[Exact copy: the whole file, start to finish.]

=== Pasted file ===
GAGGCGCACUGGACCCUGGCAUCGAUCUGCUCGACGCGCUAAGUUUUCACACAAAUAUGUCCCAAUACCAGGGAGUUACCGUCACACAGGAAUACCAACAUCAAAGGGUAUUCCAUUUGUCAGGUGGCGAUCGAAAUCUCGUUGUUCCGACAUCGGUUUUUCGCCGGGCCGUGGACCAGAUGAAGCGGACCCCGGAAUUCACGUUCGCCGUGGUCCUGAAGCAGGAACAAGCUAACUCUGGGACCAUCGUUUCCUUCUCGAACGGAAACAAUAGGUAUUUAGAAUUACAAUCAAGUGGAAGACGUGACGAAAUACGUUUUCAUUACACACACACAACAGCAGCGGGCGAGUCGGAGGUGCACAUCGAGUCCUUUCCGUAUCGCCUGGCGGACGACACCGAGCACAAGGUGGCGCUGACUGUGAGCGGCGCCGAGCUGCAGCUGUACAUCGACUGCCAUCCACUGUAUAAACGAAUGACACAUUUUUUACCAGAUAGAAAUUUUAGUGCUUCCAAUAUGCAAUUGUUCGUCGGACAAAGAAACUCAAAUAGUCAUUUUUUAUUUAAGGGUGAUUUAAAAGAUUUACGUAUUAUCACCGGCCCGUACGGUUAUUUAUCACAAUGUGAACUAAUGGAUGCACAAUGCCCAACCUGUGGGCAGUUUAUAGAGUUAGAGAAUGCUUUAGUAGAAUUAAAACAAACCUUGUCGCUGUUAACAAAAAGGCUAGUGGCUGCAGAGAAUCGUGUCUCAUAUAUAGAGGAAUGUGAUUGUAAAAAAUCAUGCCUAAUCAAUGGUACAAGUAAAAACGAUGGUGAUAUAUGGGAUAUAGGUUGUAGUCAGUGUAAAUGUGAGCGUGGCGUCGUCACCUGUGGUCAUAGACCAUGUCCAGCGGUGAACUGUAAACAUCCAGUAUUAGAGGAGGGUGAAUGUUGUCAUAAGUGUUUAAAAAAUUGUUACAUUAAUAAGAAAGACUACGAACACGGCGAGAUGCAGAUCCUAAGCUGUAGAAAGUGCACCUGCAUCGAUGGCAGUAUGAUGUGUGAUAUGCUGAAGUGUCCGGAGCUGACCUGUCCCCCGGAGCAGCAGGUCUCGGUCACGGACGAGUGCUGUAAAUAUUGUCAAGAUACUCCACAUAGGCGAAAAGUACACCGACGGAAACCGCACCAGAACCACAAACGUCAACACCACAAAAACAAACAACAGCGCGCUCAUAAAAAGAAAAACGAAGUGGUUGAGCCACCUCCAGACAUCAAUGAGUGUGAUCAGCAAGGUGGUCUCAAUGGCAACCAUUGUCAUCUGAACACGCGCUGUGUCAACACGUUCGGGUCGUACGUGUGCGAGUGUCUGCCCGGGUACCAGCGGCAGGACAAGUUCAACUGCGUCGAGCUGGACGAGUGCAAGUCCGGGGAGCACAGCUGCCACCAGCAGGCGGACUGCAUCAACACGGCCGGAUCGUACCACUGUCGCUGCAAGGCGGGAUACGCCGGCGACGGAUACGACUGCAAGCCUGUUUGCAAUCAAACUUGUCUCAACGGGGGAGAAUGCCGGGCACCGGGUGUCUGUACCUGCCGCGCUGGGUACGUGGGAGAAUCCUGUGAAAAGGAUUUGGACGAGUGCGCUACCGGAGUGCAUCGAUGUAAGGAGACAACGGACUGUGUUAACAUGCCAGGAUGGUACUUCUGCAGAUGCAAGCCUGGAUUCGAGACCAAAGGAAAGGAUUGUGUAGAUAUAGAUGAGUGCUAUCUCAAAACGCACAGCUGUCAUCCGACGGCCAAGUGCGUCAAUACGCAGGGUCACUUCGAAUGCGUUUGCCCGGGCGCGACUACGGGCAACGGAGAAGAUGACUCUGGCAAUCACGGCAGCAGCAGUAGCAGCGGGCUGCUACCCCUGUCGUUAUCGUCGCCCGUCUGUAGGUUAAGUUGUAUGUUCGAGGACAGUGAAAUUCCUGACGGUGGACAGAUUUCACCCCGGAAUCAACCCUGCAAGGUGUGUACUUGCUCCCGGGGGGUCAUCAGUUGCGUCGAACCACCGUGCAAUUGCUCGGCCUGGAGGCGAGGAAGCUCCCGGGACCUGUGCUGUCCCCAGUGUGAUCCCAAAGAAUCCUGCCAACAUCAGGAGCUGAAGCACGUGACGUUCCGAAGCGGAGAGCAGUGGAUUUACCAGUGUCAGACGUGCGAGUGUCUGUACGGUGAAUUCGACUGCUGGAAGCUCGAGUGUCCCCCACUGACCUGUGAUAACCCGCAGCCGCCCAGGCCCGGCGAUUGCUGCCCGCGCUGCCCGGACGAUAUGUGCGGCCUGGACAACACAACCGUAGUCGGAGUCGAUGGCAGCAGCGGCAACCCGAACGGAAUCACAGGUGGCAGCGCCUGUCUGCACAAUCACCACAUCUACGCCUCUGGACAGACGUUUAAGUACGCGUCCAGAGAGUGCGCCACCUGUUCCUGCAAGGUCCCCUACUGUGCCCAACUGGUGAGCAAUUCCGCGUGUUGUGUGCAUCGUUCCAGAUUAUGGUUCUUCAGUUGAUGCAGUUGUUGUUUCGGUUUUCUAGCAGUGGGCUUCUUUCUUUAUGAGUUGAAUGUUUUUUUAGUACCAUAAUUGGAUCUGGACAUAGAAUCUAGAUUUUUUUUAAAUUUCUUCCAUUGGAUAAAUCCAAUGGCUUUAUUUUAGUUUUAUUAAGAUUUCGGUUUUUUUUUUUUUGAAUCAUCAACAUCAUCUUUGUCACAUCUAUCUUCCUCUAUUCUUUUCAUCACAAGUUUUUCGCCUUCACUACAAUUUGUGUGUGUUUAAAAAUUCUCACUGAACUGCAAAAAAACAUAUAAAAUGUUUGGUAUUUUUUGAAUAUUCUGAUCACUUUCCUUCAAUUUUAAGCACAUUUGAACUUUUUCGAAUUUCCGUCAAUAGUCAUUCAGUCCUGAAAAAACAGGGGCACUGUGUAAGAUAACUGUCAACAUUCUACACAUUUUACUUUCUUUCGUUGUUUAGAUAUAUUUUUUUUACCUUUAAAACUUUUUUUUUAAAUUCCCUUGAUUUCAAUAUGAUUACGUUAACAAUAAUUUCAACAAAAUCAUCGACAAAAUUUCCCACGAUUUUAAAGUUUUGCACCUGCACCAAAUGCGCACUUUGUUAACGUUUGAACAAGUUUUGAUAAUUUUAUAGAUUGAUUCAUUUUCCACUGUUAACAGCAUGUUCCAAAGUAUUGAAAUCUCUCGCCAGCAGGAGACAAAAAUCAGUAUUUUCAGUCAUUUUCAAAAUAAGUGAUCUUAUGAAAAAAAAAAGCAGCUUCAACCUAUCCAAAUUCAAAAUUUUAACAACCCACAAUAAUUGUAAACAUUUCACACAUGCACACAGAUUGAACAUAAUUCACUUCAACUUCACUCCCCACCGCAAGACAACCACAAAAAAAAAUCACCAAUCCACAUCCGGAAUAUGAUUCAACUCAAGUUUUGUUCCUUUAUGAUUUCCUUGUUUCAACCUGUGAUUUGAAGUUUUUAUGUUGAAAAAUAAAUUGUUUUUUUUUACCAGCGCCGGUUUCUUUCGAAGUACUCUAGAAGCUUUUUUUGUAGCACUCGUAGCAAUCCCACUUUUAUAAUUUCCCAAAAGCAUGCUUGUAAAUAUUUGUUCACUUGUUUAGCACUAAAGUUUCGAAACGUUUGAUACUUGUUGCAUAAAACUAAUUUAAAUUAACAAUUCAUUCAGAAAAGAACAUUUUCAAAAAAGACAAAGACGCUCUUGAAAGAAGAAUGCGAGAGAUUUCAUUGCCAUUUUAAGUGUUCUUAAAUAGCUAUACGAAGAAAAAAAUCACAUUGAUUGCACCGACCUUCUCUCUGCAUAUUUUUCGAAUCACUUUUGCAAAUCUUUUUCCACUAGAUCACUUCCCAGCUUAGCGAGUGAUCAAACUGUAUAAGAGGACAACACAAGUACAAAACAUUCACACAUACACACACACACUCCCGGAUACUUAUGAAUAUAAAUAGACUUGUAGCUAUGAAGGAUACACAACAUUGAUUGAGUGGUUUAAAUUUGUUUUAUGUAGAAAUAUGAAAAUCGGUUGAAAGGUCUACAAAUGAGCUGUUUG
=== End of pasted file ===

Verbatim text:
GAGGCGCACUGGACCCUGGCAUCGAUCUGCUCGACGCGCUAAGUUUUCACACAAAUAUGUCCCAAUACCAGGGAGUUACCGUCACACAGGAAUACCAACAUCAAAGGGUAUUCCAUUUGUCAGGUGGCGAUCGAAAUCUCGUUGUUCCGACAUCGGUUUUUCGCCGGGCCGUGGACCAGAUGAAGCGGACCCCGGAAUUCACGUUCGCCGUGGUCCUGAAGCAGGAACAAGCUAACUCUGGGACCAUCGUUUCCUUCUCGAACGGAAACAAUAGGUAUUUAGAAUUACAAUCAAGUGGAAGACGUGACGAAAUACGUUUUCAUUACACACACACAACAGCAGCGGGCGAGUCGGAGGUGCACAUCGAGUCCUUUCCGUAUCGCCUGGCGGACGACACCGAGCACAAGGUGGCGCUGACUGUGAGCGGCGCCGAGCUGCAGCUGUACAUCGACUGCCAUCCACUGUAUAAACGAAUGACACAUUUUUUACCAGAUAGAAAUUUUAGUGCUUCCAAUAUGCAAUUGUUCGUCGGACAAAGAAACUCAAAUAGUCAUUUUUUAUUUAAGGGUGAUUUAAAAGAUUUACGUAUUAUCACCGGCCCGUACGGUUAUUUAUCACAAUGUGAACUAAUGGAUGCACAAUGCCCAACCUGUGGGCAGUUUAUAGAGUUAGAGAAUGCUUUAGUAGAAUUAAAACAAACCUUGUCGCUGUUAACAAAAAGGCUAGUGGCUGCAGAGAAUCGUGUCUCAUAUAUAGAGGAAUGUGAUUGUAAAAAAUCAUGCCUAAUCAAUGGUACAAGUAAAAACGAUGGUGAUAUAUGGGAUAUAGGUUGUAGUCAGUGUAAAUGUGAGCGUGGCGUCGUCACCUGUGGUCAUAGACCAUGUCCAGCGGUGAACUGUAAACAUCCAGUAUUAGAGGAGGGUGAAUGUUGUCAUAAGUGUUUAAAAAAUUGUUACAUUAAUAAGAAAGACUACGAACACGGCGAGAUGCAGAUCCUAAGCUGUAGAAAGUGCACCUGCAUCGAUGGCAGUAUGAUGUGUGAUAUGCUGAAGUGUCCGGAGCUGACCUGUCCCCCGGAGCAGCAGGUCUCGGUCACGGACGAGUGCUGUAAAUAUUGUCAAGAUACUCCACAUAGGCGAAAAGUACACCGACGGAAACCGCACCAGAACCACAAACGUCAACACCACAAAAACAAACAACAGCGCGCUCAUAAAAAGAAAAACGAAGUGGUUGAGCCACCUCCAGACAUCAAUGAGUGUGAUCAGCAAGGUGGUCUCAAUGGCAACCAUUGUCAUCUGAACACGCGCUGUGUCAACACGUUCGGGUCGUACGUGUGCGAGUGUCUGCCCGGGUACCAGCGGCAGGACAAGUUCAACUGCGUCGAGCUGGACGAGUGCAAGUCCGGGGAGCACAGCUGCCACCAGCAGGCGGACUGCAUCAACACGGCCGGAUCGUACCACUGUCGCUGCAAGGCGGGAUACGCCGGCGACGGAUACGACUGCAAGCCUGUUUGCAAUCAAACUUGUCUCAACGGGGGAGAAUGCCGGGCACCGGGUGUCUGUACCUGCCGCGCUGGGUACGUGGGAGAAUCCUGUGAAAAGGAUUUGGACGAGUGCGCUACCGGAGUGCAUCGAUGUAAGGAGACAACGGACUGUGUUAACAUGCCAGGAUGGUACUUCUGCAGAUGCAAGCCUGGAUUCGAGACCAAAGGAAAGGAUUGUGUAGAUAUAGAUGAGUGCUAUCUCAAAACGCACAGCUGUCAUCCGACGGCCAAGUGCGUCAAUACGCAGGGUCACUUCGAAUGCGUUUGCCCGGGCGCGACUACGGGCAACGGAGAAGAUGACUCUGGCAAUCACGGCAGCAGCAGUAGCAGCGGGCUGCUACCCCUGUCGUUAUCGUCGCCCGUCUGUAGGUUAAGUUGUAUGUUCGAGGACAGUGAAAUUCCUGACGGUGGACAGAUUUCACCCCGGAAUCAACCCUGCAAGGUGUGUACUUGCUCCCGGGGGGUCAUCAGUUGCGUCGAACCACCGUGCAAUUGCUCGGCCUGGAGGCGAGGAAGCUCCCGGGACCUGUGCUGUCCCCAGUGUGAUCCCAAAGAAUCCUGCCAACAUCAGGAGCUGAAGCACGUGACGUUCCGAAGCGGAGAGCAGUGGAUUUACCAGUGUCAGACGUGCGAGUGUCUGUACGGUGAAUUCGACUGCUGGAAGCUCGAGUGUCCCCCACUGACCUGUGAUAACCCGCAGCCGCCCAGGCCCGGCGAUUGCUGCCCGCGCUGCCCGGACGAUAUGUGCGGCCUGGACAACACAACCGUAGUCGGAGUCGAUGGCAGCAGCGGCAACCCGAACGGAAUCACAGGUGGCAGCGCCUGUCUGCACAAUCACCACAUCUACGCCUCUGGACAGACGUUUAAGUACGCGUCCAGAGAGUGCGCCACCUGUUCCUGCAAGGUCCCCUACUGUGCCCAACUGGUGAGCAAUUCCGCGUGUUGUGUGCAUCGUUCCAGAUUAUGGUUCUUCAGUUGAUGCAGUUGUUGUUUCGGUUUUCUAGCAGUGGGCUUCUUUCUUUAUGAGUUGAAUGUUUUUUUAGUACCAUAAUUGGAUCUGGACAUAGAAUCUAGAUUUUUUUUAAAUUUCUUCCAUUGGAUAAAUCCAAUGGCUUUAUUUUAGUUUUAUUAAGAUUUCGGUUUUUUUUUUUUUGAAUCAUCAACAUCAUCUUUGUCACAUCUAUCUUCCUCUAUUCUUUUCAUCACAAGUUUUUCGCCUUCACUACAAUUUGUGUGUGUUUAAAAAUUCUCACUGAACUGCAAAAAAACAUAUAAAAUGUUUGGUAUUUUUUGAAUAUUCUGAUCACUUUCCUUCAAUUUUAAGCACAUUUGAACUUUUUCGAAUUUCCGUCAAUAGUCAUUCAGUCCUGAAAAAACAGGGGCACUGUGUAAGAUAACUGUCAACAUUCUACACAUUUUACUUUCUUUCGUUGUUUAGAUAUAUUUUUUUUACCUUUAAAACUUUUUUUUUAAAUUCCCUUGAUUUCAAUAUGAUUACGUUAACAAUAAUUUCAACAAAAUCAUCGACAAAAUUUCCCACGAUUUUAAAGUUUUGCACCUGCACCAAAUGCGCACUUUGUUAACGUUUGAACAAGUUUUGAUAAUUUUAUAGAUUGAUUCAUUUUCCACUGUUAACAGCAUGUUCCAAAGUAUUGAAAUCUCUCGCCAGCAGGAGACAAAAAUCAGUAUUUUCAGUCAUUUUCAAAAUAAGUGAUCUUAUGAAAAAAAAAAGCAGCUUCAACCUAUCCAAAUUCAAAAUUUUAACAACCCACAAUAAUUGUAAACAUUUCACACAUGCACACAGAUUGAACAUAAUUCACUUCAACUUCACUCCCCACCGCAAGACAACCACAAAAAAAAAUCACCAAUCCACAUCCGGAAUAUGAUUCAACUCAAGUUUUGUUCCUUUAUGAUUUCCUUGUUUCAACCUGUGAUUUGAAGUUUUUAUGUUGAAAAAUAAAUUGUUUUUUUUUACCAGCGCCGGUUUCUUUCGAAGUACUCUAGAAGCUUUUUUUGUAGCACUCGUAGCAAUCCCACUUUUAUAAUUUCCCAAAAGCAUGCUUGUAAAUAUUUGUUCACUUGUUUAGCACUAAAGUUUCGAAACGUUUGAUACUUGUUGCAUAAAACUAAUUUAAAUUAACAAUUCAUUCAGAAAAGAACAUUUUCAAAAAAGACAAAGACGCUCUUGAAAGAAGAAUGCGAGAGAUUUCAUUGCCAUUUUAAGUGUUCUUAAAUAGCUAUACGAAGAAAAAAAUCACAUUGAUUGCACCGACCUUCUCUCUGCAUAUUUUUCGAAUCACUUUUGCAAAUCUUUUUCCACUAGAUCACUUCCCAGCUUAGCGAGUGAUCAAACUGUAUAAGAGGACAACACAAGUACAAAACAUUCACACAUACACACACACACUCCCGGAUACUUAUGAAUAUAAAUAGACUUGUAGCUAUGAAGGAUACACAACAUUGAUUGAGUGGUUUAAAUUUGUUUUAUGUAGAAAUAUGAAAAUCGGUUGAAAGGUCUACAAAUGAGCUGUUUG